Morgan Stanley is looking to cut jobs in its investment banking business in Hong Kong and across Apac and US rivals could follow suit as a second wave of redundancies looms in the region.
“A second wave is coming, it’s inevitable,” said one banker in Hong Kong. “Headcount is still way too high relative to market activity.” Morgan Stanley is discussing plans to cut around 3,000 jobs globally by the end of the second quarter, with the investment banking and trading operations expected to bear the brunt of the redundancy programme.
This would be Morgan Stanley’s second round of cuts, coming just two months after it trimmed 2% of its workforce, with equity capital markets bankers in mainland China being among those affected.
According to Bloomberg, the bank is looking to make a fresh round of redundancies after CEO James Gorman said he doesn’t except to a rebound in dealmaking activity before the second half of the year.
The move by Morgan Stanley could prompt rival US banks to follows suit with a second round of redundancies, with sources in Hong Kong saying that Goldman and Citi may also be planning to make similar cuts, although they did not specify which businesses would be affected.
Goldman has so far just led one round of redundancies, cutting 30 people in Hong Kong in February, including 10 bankers in its Chinese business as part of a round of global cuts.
Citi’s CEO Jane Fraser echoed Gorman’s gloomy outlook, saying in an interview at the Milken Institute Global conference that the bank expected a recession at the back end of the year.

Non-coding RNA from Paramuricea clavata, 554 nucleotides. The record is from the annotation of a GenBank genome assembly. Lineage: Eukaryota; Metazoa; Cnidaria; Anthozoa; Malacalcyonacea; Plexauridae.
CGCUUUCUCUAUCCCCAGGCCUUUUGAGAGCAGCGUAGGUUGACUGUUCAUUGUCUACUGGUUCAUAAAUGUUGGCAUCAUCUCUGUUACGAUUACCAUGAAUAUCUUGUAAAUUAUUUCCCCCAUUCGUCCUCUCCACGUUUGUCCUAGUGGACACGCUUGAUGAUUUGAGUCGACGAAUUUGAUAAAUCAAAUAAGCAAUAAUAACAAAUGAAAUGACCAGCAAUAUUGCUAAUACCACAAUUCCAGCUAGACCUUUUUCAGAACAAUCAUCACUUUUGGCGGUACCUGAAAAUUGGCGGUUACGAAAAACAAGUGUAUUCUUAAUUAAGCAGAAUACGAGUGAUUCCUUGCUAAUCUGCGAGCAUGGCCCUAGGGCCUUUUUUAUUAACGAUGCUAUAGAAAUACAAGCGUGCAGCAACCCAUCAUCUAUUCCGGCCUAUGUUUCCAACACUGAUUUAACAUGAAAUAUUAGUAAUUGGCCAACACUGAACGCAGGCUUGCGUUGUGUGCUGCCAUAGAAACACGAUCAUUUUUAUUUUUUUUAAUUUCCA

While Citi has resisted making any big cuts, Fraser said that she would be prepared to ‘adjust staffing levels’ in its investment bank if conditions did not improve. Fraser is being cautious though, as she insisted that Citi is playing the ‘long game’ in investment banking.
The prospects are looking brighter in Citi’s commercial banking business where it is looking to add 100 staff in the Greater Bay area. Anson Kwok, head of Citi’s commercial bank at Citigroup in Hong Kong said the unit is expanding after recording 11% year-on-year growth in new clients in the first quarter of this year. The bank has made the expansion of its commercial bank, which focuses on its smaller and medium-sized clients, a strategic priority.
“The re-opening of the border with China could mean that the region fares better than the US, and as Citi’s hiring plans suggest, there could be a surprise to the upside,” said one headhunter in Hong Kong.
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